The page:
Rethinking Bullying Prevention (Unrestrained Episode 8)
Dr. Deborah Temkin is a child development and prevention research scientist specializing in bullying prevention, school climate, and connecting education policy to healthy youth development. She was the Research and Policy Coordinator for Bullying Prevention Initiatives at the U.S. Department of Education from 2010–2012, where she was charged with coordinating the Obama administration's bullying prevention efforts, including launching StopBullying.gov. Dr. Temkin continued her work in bullying prevention by creating and launching a new initiative, Project SEATBELT, at the Robert F. Kennedy Center for Justice and Human Rights in 2013. Today, Dr. Temkin is a Senior Research Scientist in the Education research area at Child Trends, a non-partisan, non-profit research organization in Bethesda, MD.
Here are a few of the highlights from my conversation with Deborah.
On why the term “bullying” should not be applied to adult behavior (10:14)
“I want to start by saying I know that aggressive behavior occurs among all people, regardless of if you're a minor or an adult. I don't deny that bullying, or things that look like bullying, does happen among adults and happen in the workplace.
But because adults are fully developed, the intention and the effect of those behaviors are very different for adults than it is for children who are still minors. Until about the age of 25 the prefrontal cortex, which is the part of the brain that's right in the front, that is not fully developed. And so that's the part of the brain that controls things like impulse, aggression, and it's also part of the brain that can be severely affected by ongoing trauma, such as bullying. And so while the brain is still developing, you are at a stage where kids are not necessarily in control of their own behaviors as much as they’d like them. They are more malleable. So we can help train them and teach them better behaviors . . .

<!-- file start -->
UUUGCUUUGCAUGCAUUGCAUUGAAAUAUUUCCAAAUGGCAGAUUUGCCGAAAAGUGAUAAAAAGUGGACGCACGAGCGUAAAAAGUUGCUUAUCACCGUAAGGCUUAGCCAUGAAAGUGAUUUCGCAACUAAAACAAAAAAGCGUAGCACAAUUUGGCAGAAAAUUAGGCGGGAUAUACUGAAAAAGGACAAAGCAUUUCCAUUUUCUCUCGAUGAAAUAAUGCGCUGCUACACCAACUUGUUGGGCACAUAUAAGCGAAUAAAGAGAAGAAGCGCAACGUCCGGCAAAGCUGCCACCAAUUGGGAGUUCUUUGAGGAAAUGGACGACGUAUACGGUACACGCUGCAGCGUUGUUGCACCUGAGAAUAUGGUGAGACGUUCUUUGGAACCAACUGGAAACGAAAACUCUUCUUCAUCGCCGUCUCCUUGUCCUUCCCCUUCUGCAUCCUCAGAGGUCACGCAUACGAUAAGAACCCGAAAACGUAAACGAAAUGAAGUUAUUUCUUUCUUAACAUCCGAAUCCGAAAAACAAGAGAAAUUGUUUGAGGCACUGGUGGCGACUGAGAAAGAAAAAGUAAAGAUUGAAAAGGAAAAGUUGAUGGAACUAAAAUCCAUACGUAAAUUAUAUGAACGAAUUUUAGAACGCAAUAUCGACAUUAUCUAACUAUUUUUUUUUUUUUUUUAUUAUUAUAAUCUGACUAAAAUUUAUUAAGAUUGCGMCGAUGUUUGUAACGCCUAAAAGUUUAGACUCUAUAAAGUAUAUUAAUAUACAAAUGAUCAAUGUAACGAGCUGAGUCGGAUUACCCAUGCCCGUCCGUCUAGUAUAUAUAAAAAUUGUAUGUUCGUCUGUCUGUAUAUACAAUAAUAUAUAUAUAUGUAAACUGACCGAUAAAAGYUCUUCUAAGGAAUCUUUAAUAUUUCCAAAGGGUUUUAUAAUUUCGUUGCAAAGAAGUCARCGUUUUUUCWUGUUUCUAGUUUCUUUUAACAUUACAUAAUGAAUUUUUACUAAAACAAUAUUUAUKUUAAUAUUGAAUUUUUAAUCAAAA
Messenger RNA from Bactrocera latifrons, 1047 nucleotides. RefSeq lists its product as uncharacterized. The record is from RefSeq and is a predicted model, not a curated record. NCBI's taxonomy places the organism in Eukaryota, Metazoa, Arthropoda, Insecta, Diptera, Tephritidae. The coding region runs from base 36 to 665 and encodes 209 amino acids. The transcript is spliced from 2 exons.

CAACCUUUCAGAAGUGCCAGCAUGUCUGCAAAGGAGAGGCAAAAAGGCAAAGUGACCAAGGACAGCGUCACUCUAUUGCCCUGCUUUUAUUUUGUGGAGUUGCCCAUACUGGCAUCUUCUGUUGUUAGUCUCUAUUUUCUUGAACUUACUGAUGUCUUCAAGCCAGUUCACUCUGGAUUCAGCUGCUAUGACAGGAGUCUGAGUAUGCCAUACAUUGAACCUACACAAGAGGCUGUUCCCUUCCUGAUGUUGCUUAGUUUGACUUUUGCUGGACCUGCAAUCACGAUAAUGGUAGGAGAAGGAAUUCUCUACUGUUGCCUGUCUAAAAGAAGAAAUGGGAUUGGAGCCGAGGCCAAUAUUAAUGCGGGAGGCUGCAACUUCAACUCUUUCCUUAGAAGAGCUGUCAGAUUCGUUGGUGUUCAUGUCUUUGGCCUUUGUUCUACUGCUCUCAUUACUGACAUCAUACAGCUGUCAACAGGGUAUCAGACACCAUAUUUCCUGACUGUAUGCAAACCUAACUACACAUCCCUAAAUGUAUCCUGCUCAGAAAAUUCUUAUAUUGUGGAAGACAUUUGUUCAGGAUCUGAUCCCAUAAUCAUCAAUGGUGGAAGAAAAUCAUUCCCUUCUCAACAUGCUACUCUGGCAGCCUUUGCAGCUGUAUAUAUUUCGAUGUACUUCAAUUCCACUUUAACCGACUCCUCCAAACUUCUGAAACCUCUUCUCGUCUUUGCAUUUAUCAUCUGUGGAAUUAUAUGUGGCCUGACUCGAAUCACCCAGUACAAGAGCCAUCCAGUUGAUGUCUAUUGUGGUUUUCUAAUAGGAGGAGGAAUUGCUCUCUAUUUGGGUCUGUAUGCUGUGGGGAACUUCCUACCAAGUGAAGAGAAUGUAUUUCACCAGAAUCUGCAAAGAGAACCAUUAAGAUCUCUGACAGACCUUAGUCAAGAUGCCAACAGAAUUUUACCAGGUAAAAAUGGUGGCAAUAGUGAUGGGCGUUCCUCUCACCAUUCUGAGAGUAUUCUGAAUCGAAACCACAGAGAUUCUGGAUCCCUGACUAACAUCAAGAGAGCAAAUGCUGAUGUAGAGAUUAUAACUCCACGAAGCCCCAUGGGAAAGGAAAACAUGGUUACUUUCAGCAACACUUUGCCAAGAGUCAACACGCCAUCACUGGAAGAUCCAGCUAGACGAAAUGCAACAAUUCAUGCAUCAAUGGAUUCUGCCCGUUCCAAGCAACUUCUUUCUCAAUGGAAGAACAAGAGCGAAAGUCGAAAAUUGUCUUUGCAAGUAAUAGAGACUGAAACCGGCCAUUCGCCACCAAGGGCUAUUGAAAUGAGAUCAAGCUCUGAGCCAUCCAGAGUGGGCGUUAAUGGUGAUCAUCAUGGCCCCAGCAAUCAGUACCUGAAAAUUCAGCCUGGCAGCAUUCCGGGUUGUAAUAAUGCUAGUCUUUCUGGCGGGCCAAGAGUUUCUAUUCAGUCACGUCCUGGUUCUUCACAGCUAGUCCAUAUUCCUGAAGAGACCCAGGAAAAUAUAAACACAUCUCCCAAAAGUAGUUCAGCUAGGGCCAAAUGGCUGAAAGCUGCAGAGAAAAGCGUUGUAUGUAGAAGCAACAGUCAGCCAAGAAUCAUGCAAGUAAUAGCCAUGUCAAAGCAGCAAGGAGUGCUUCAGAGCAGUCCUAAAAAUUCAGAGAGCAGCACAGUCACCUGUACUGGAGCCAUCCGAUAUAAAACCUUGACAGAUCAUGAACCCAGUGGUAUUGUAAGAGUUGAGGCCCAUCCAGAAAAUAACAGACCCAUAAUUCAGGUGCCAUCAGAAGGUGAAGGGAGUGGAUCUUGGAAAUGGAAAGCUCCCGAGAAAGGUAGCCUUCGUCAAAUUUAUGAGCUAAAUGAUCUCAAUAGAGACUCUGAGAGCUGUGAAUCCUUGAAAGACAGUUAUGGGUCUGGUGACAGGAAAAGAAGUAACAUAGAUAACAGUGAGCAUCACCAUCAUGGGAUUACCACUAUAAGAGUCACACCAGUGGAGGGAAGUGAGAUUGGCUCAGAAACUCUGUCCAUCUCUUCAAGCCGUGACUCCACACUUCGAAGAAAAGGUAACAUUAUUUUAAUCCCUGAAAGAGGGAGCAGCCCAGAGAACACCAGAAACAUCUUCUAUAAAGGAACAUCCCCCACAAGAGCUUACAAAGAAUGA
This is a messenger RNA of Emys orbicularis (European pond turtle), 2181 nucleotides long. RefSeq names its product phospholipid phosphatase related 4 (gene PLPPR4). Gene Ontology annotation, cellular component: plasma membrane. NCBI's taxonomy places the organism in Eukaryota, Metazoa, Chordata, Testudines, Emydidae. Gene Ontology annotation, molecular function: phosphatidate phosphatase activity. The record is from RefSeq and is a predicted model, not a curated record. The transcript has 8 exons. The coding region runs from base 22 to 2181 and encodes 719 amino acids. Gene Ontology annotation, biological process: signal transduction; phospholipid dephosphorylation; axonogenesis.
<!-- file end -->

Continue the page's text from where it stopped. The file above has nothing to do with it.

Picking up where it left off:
I think the other key piece is that youth in school are also in a very different context than adults at work. While it's somewhat hard for an adult to change jobs, obviously there is difficulty with that, they do have the freedom to do so if they would like. It's very different for a student who is required to go to school who has very little ability to change the school they're in. Jaana Juvonen, who is a researcher at UCLA, coined the term "the involuntary social group" for the in-school environment, which really reflects the fact that students aren't able to pick the group of peers that they're around. That's really hard when those are the kids who end up bullying you. That context effect, as well as the developmental effects, are why I think bullying is a very different behavior when kids are in school versus when they are adults.”
On the bullying “research gap” (13:03)
“There is a huge research gap in us knowing we need better prevention for bullying but really not knowing what works. The vast majority of bullying prevention programs that are out there have either not been evaluated or have not shown effectiveness or efficacy in the United States. And that's a real problem when there are so many schools clamoring for programs to implement in their schools.”
Is there an accurate definition of bullying? (14:52)
“Unfortunately, there is not a really good definition. When I was at the Department of Education I helped coordinate a uniform definition panel with the Centers for Disease Control and Prevention. That definition came out about a year ago now. And it was the same definition. That panel really struggled to get away from the definition that we have now. I think the important thing for us to think about is whether or not the definition actually matters. Whether it's more of the actual behaviors that go into the behavior or whether it's the experience of being bullied. I tend to think of it as the latter. If a child feels like they're being bullied then they're probably being bullied.”
On how parents could rethink their approach to bullying (17:00)
“A lot of times parents tend to focus on, ‘My child's being wronged. We need to punish the person who's wronging them.’ And of course, this is really where that debate on definition comes in. I think parents need to step back from saying, ‘Okay, the other child is not my concern. My concern is my child. What do they need?’ And often times there can be a solution that will help their child that goes beyond the punishment of the child whom they feel has been bullying.”